Mineral companies are reaping rich rewards from China-proposed Belt and Road Initiative with increased global alliances, investments, higher demand for steel, aluminum and other rare metals, experts said on Friday.
According to Peng Qiming, head of China Mining Association, many Chinese companies have a better understanding of overseas policies and regulations which are essential for their success in overseas markets, thanks to China's well-developed communications with economies involved in the BRI.
"Many Chinese mineral companies are cooperating with leading global players to jointly make and process metals in other countries," Peng said.
Chinese companies' increasing visibility in the global market has also boosted other countries' job markets and economic growth.
Thabo Mokoena, director of the Department of Mineral Resources of South Africa, said Chinese companies' branches in South Africa have created more jobs and enhanced infrastructure.
"We hope to attract more Chinese investment with lower taxes and are looking forward to seeing Chinese companies bring their tech innovation to our country. We also expect more magnesium and other rare metal exports to boost our economy," Mokoena said.
Pablo Terrazas, Chile's vice-minister of mining, said China's rapid development of lithium-powered electric cars will boost demand for lithium, and as the world's largest lithium exporter, Chile is positive about cooperation prospects.
The statements were made at the China Mining Conference and Exhibition conducted by the China Mining Association in Tianjin on Thursday.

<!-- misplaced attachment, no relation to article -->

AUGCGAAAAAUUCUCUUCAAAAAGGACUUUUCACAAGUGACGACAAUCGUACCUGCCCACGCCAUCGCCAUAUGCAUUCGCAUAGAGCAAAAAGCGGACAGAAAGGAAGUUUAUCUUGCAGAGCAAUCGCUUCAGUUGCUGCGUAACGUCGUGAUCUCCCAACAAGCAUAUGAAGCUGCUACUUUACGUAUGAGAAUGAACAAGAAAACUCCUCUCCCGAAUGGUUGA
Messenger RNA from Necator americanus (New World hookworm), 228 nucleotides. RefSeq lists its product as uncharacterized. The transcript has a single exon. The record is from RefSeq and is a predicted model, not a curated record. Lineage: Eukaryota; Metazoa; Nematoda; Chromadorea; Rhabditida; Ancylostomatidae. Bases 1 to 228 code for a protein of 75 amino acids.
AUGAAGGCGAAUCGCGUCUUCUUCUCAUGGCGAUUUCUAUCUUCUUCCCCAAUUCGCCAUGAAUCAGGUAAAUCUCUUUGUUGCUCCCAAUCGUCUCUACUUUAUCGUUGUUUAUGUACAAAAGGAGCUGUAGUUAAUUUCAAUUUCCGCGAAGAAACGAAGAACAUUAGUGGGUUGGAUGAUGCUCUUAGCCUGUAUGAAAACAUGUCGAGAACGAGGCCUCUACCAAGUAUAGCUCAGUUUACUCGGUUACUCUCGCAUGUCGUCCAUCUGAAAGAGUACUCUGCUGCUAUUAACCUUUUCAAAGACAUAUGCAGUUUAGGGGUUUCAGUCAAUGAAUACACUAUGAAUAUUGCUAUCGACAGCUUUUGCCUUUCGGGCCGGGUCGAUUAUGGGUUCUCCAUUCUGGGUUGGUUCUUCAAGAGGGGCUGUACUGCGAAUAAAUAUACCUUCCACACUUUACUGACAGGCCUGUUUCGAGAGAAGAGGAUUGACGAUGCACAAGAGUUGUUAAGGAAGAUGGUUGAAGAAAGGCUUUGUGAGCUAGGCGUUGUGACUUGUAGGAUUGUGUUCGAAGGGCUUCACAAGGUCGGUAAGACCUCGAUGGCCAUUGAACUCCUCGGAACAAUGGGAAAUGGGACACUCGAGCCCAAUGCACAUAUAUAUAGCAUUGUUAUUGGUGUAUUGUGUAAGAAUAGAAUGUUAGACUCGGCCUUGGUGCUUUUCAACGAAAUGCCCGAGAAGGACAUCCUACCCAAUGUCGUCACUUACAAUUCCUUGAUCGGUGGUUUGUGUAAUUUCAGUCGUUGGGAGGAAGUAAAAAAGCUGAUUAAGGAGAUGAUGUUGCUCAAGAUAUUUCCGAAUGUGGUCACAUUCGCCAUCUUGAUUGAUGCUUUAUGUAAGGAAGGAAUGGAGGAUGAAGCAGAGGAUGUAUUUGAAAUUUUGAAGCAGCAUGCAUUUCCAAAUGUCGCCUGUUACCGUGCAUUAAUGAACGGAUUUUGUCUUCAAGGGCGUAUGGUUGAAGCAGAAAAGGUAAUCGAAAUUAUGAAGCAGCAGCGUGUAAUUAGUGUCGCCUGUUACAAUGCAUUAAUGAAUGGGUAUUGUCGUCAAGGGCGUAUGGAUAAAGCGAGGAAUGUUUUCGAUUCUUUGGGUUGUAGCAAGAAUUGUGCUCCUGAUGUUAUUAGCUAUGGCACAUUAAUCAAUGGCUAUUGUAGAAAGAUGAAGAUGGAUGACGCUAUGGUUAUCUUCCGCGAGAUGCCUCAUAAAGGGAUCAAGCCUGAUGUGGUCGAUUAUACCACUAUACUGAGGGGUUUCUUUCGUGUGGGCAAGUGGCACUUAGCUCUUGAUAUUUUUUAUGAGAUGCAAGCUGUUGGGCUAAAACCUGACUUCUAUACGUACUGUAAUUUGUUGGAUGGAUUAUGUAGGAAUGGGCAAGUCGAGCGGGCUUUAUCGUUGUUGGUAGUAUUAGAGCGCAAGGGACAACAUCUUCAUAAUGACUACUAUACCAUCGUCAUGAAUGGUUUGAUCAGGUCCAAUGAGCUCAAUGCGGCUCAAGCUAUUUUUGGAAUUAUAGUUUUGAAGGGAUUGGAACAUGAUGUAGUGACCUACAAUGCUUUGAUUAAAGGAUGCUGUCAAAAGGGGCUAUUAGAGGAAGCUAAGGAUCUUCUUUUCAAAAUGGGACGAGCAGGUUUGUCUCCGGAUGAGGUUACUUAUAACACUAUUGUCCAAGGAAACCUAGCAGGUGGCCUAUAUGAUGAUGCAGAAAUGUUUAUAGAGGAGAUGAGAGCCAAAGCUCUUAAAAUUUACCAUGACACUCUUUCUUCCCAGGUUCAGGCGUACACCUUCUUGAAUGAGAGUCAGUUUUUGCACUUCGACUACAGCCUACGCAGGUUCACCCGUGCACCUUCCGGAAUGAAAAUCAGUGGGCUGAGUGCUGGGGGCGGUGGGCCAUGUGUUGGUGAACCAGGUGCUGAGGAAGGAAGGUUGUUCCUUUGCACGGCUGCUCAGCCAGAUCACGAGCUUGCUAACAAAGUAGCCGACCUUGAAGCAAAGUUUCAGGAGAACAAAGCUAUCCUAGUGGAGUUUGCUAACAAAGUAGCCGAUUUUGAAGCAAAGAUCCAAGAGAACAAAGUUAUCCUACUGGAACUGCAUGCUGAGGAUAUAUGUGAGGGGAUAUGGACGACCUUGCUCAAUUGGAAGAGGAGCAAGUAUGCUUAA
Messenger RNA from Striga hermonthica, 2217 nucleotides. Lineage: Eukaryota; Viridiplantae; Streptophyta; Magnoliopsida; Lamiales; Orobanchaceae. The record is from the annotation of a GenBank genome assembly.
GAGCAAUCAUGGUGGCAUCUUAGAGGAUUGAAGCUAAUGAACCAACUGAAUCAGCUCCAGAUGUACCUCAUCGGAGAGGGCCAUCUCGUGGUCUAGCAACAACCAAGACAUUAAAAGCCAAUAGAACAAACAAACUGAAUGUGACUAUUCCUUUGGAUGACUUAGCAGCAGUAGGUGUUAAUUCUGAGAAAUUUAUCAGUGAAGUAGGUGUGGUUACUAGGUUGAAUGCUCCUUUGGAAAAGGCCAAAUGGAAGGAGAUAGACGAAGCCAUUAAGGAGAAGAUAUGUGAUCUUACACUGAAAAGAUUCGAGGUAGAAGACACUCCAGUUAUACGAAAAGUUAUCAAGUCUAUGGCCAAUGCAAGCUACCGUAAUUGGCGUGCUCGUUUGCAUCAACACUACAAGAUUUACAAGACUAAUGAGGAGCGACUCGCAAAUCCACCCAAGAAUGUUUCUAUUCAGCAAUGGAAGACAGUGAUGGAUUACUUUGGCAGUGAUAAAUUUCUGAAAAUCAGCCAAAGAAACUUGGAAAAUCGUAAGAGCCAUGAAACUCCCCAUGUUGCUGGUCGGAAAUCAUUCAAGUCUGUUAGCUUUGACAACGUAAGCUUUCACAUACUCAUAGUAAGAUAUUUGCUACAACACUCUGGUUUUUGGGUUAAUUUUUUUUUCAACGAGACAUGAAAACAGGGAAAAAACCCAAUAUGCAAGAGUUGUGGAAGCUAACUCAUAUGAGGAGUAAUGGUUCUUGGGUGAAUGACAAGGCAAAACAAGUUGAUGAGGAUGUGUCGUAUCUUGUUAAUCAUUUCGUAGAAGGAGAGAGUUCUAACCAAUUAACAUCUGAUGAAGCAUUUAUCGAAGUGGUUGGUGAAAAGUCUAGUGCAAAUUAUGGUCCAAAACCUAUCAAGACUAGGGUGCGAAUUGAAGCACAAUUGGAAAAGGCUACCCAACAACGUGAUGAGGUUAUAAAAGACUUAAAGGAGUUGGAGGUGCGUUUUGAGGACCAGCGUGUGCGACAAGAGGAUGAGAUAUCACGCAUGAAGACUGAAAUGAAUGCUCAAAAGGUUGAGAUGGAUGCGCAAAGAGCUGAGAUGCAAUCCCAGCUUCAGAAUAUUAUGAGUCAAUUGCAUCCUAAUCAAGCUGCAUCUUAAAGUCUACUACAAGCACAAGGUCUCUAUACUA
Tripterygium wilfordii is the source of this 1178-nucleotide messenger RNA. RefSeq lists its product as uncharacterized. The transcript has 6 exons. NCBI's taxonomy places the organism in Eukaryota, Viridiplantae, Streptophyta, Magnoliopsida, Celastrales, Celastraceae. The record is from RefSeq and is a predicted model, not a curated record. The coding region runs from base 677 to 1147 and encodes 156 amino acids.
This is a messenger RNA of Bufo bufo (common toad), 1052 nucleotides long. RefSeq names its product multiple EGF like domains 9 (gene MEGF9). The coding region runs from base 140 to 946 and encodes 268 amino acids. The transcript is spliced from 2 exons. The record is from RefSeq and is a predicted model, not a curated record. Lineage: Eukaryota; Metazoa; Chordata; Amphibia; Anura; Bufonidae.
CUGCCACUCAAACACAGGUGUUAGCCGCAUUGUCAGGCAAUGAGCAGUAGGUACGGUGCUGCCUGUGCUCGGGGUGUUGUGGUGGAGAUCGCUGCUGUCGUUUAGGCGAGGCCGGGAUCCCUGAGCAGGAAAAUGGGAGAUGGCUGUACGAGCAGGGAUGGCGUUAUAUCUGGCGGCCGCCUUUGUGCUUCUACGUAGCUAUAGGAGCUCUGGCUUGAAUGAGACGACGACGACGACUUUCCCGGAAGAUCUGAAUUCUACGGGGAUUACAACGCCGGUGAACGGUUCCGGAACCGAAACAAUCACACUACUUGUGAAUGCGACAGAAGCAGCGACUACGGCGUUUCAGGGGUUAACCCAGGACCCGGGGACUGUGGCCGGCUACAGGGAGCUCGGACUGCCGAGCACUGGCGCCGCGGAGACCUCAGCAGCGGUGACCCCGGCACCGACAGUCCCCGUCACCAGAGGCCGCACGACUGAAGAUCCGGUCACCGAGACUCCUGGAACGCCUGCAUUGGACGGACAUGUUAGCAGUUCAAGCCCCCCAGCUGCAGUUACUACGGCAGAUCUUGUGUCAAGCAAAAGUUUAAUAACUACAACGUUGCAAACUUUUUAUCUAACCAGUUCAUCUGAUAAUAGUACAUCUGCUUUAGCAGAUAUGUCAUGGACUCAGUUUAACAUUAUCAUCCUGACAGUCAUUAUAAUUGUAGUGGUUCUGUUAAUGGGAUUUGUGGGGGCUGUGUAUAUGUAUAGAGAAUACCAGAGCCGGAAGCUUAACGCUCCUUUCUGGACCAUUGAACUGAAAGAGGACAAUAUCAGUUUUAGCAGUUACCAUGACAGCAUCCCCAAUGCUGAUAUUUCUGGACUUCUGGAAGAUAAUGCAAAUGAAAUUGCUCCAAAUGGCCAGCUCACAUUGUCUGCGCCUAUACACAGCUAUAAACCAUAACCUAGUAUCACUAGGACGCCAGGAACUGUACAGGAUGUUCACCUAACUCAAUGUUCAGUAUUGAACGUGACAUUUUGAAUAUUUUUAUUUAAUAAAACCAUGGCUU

To date, China has signed 229 agreements with global geological agencies, institutes and universities in 63 countries and regions, according to a report from the Ministry of Natural Resources.
"We look forward to more cooperation with Chinese companies. They have increasing visibility now in Africa and beyond, and have demonstrated good performance. They have a lot that we can learn from," said John Kilroe, exploration director for Australasia at global leading mining company Rio Tinto Group.
"Such cooperation agreements are seeing win-win outcomes. Many countries are specialized in mining techniques and experiences, while some countries have abundant mineral resources but still lack sufficient tech support for production and processing," said Song Xin, chairman of China National Gold Group Co Ltd.
The company, according to Song, has set up a branch in the Republic of Congo for copper mining, which is seeing positive returns. The group also has a gold project in Russia and will start a new project in Kyrgyzstan.